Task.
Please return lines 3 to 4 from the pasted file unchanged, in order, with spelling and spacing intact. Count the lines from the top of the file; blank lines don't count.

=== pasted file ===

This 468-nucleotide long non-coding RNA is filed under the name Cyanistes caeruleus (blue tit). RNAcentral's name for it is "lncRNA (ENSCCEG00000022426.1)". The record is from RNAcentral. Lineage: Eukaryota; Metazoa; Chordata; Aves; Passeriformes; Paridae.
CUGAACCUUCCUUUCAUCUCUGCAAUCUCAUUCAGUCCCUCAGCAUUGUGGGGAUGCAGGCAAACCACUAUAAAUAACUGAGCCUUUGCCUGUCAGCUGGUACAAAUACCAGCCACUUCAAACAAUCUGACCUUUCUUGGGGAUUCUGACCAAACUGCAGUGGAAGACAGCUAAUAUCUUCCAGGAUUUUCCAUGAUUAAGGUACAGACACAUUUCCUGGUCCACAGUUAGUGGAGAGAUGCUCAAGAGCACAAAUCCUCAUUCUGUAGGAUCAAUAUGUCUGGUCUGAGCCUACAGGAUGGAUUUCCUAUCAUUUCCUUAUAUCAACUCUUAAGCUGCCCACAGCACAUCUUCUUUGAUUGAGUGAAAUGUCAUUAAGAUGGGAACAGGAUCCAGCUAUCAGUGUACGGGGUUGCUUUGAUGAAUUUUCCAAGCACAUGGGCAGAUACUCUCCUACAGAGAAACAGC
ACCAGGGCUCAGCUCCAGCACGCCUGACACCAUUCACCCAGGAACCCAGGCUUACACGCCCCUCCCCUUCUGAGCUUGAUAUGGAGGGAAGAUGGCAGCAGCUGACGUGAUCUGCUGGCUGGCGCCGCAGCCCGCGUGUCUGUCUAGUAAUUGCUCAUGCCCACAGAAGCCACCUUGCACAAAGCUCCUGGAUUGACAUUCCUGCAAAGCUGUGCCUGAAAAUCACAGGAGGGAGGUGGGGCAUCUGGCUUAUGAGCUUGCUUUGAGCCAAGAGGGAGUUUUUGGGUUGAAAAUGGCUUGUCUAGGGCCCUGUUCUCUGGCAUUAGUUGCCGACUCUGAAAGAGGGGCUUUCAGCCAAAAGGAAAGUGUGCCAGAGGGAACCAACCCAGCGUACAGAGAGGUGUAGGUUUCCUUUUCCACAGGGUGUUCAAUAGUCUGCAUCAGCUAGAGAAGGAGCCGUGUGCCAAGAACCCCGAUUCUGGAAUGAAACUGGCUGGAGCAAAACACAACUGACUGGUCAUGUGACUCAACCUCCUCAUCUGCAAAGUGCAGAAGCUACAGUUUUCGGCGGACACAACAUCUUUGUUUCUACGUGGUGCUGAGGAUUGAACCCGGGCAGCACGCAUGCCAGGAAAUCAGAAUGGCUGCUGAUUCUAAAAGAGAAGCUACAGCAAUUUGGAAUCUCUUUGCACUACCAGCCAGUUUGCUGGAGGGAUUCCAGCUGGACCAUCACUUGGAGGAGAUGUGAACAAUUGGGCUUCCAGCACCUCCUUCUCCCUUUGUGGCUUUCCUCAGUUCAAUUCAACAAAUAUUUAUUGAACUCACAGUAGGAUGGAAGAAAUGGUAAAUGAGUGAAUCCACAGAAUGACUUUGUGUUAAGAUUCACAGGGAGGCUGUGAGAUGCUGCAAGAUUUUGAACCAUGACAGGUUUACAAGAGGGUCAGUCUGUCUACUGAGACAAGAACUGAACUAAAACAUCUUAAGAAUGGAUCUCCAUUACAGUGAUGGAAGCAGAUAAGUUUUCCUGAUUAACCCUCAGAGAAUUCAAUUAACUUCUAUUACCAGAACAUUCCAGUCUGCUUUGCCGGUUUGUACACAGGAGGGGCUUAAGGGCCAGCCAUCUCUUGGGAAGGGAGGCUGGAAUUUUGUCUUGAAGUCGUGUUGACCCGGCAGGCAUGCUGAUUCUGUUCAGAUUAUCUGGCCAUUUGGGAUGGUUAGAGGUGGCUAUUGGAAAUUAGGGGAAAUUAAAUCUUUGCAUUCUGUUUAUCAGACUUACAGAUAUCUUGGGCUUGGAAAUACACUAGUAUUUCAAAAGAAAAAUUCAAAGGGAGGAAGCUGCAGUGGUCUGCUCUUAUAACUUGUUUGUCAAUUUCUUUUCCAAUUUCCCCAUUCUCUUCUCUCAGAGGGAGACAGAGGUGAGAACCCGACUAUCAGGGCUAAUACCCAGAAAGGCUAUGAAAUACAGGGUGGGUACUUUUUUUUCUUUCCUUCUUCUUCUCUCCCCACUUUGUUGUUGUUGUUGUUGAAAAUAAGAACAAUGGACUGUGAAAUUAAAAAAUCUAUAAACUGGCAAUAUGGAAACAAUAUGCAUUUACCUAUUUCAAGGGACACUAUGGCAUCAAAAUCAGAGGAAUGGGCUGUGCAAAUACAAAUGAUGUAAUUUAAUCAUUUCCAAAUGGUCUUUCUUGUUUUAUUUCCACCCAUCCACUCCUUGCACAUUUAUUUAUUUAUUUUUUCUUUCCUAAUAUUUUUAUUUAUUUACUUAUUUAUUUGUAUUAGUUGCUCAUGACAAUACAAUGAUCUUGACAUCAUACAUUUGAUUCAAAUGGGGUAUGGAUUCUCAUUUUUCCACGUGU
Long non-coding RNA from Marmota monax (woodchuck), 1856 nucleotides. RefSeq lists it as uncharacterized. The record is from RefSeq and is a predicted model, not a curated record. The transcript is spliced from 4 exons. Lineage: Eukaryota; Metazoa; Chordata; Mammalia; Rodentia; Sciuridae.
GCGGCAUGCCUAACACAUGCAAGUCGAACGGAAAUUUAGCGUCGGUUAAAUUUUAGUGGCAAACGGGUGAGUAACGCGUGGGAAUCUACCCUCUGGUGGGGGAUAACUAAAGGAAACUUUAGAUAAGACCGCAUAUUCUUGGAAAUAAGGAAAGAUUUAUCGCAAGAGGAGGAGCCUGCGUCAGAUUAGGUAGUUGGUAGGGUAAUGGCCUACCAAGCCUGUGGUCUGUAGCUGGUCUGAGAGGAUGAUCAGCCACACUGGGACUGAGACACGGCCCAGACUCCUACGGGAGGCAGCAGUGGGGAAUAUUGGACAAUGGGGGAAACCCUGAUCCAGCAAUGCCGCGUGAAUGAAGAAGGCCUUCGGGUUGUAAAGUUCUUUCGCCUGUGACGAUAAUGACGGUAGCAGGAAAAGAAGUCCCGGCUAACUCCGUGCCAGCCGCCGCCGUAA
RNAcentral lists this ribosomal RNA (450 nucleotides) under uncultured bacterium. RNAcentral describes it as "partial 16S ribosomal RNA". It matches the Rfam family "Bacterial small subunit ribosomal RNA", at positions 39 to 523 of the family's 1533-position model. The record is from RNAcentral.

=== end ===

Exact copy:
ACCAGGGCUCAGCUCCAGCACGCCUGACACCAUUCACCCAGGAACCCAGGCUUACACGCCCCUCCCCUUCUGAGCUUGAUAUGGAGGGAAGAUGGCAGCAGCUGACGUGAUCUGCUGGCUGGCGCCGCAGCCCGCGUGUCUGUCUAGUAAUUGCUCAUGCCCACAGAAGCCACCUUGCACAAAGCUCCUGGAUUGACAUUCCUGCAAAGCUGUGCCUGAAAAUCACAGGAGGGAGGUGGGGCAUCUGGCUUAUGAGCUUGCUUUGAGCCAAGAGGGAGUUUUUGGGUUGAAAAUGGCUUGUCUAGGGCCCUGUUCUCUGGCAUUAGUUGCCGACUCUGAAAGAGGGGCUUUCAGCCAAAAGGAAAGUGUGCCAGAGGGAACCAACCCAGCGUACAGAGAGGUGUAGGUUUCCUUUUCCACAGGGUGUUCAAUAGUCUGCAUCAGCUAGAGAAGGAGCCGUGUGCCAAGAACCCCGAUUCUGGAAUGAAACUGGCUGGAGCAAAACACAACUGACUGGUCAUGUGACUCAACCUCCUCAUCUGCAAAGUGCAGAAGCUACAGUUUUCGGCGGACACAACAUCUUUGUUUCUACGUGGUGCUGAGGAUUGAACCCGGGCAGCACGCAUGCCAGGAAAUCAGAAUGGCUGCUGAUUCUAAAAGAGAAGCUACAGCAAUUUGGAAUCUCUUUGCACUACCAGCCAGUUUGCUGGAGGGAUUCCAGCUGGACCAUCACUUGGAGGAGAUGUGAACAAUUGGGCUUCCAGCACCUCCUUCUCCCUUUGUGGCUUUCCUCAGUUCAAUUCAACAAAUAUUUAUUGAACUCACAGUAGGAUGGAAGAAAUGGUAAAUGAGUGAAUCCACAGAAUGACUUUGUGUUAAGAUUCACAGGGAGGCUGUGAGAUGCUGCAAGAUUUUGAACCAUGACAGGUUUACAAGAGGGUCAGUCUGUCUACUGAGACAAGAACUGAACUAAAACAUCUUAAGAAUGGAUCUCCAUUACAGUGAUGGAAGCAGAUAAGUUUUCCUGAUUAACCCUCAGAGAAUUCAAUUAACUUCUAUUACCAGAACAUUCCAGUCUGCUUUGCCGGUUUGUACACAGGAGGGGCUUAAGGGCCAGCCAUCUCUUGGGAAGGGAGGCUGGAAUUUUGUCUUGAAGUCGUGUUGACCCGGCAGGCAUGCUGAUUCUGUUCAGAUUAUCUGGCCAUUUGGGAUGGUUAGAGGUGGCUAUUGGAAAUUAGGGGAAAUUAAAUCUUUGCAUUCUGUUUAUCAGACUUACAGAUAUCUUGGGCUUGGAAAUACACUAGUAUUUCAAAAGAAAAAUUCAAAGGGAGGAAGCUGCAGUGGUCUGCUCUUAUAACUUGUUUGUCAAUUUCUUUUCCAAUUUCCCCAUUCUCUUCUCUCAGAGGGAGACAGAGGUGAGAACCCGACUAUCAGGGCUAAUACCCAGAAAGGCUAUGAAAUACAGGGUGGGUACUUUUUUUUCUUUCCUUCUUCUUCUCUCCCCACUUUGUUGUUGUUGUUGUUGAAAAUAAGAACAAUGGACUGUGAAAUUAAAAAAUCUAUAAACUGGCAAUAUGGAAACAAUAUGCAUUUACCUAUUUCAAGGGACACUAUGGCAUCAAAAUCAGAGGAAUGGGCUGUGCAAAUACAAAUGAUGUAAUUUAAUCAUUUCCAAAUGGUCUUUCUUGUUUUAUUUCCACCCAUCCACUCCUUGCACAUUUAUUUAUUUAUUUUUUCUUUCCUAAUAUUUUUAUUUAUUUACUUAUUUAUUUGUAUUAGUUGCUCAUGACAAUACAAUGAUCUUGACAUCAUACAUUUGAUUCAAAUGGGGUAUGGAUUCUCAUUUUUCCACGUGU
Long non-coding RNA from Marmota monax (woodchuck), 1856 nucleotides. RefSeq lists it as uncharacterized. The record is from RefSeq and is a predicted model, not a curated record. The transcript is spliced from 4 exons. Lineage: Eukaryota; Metazoa; Chordata; Mammalia; Rodentia; Sciuridae.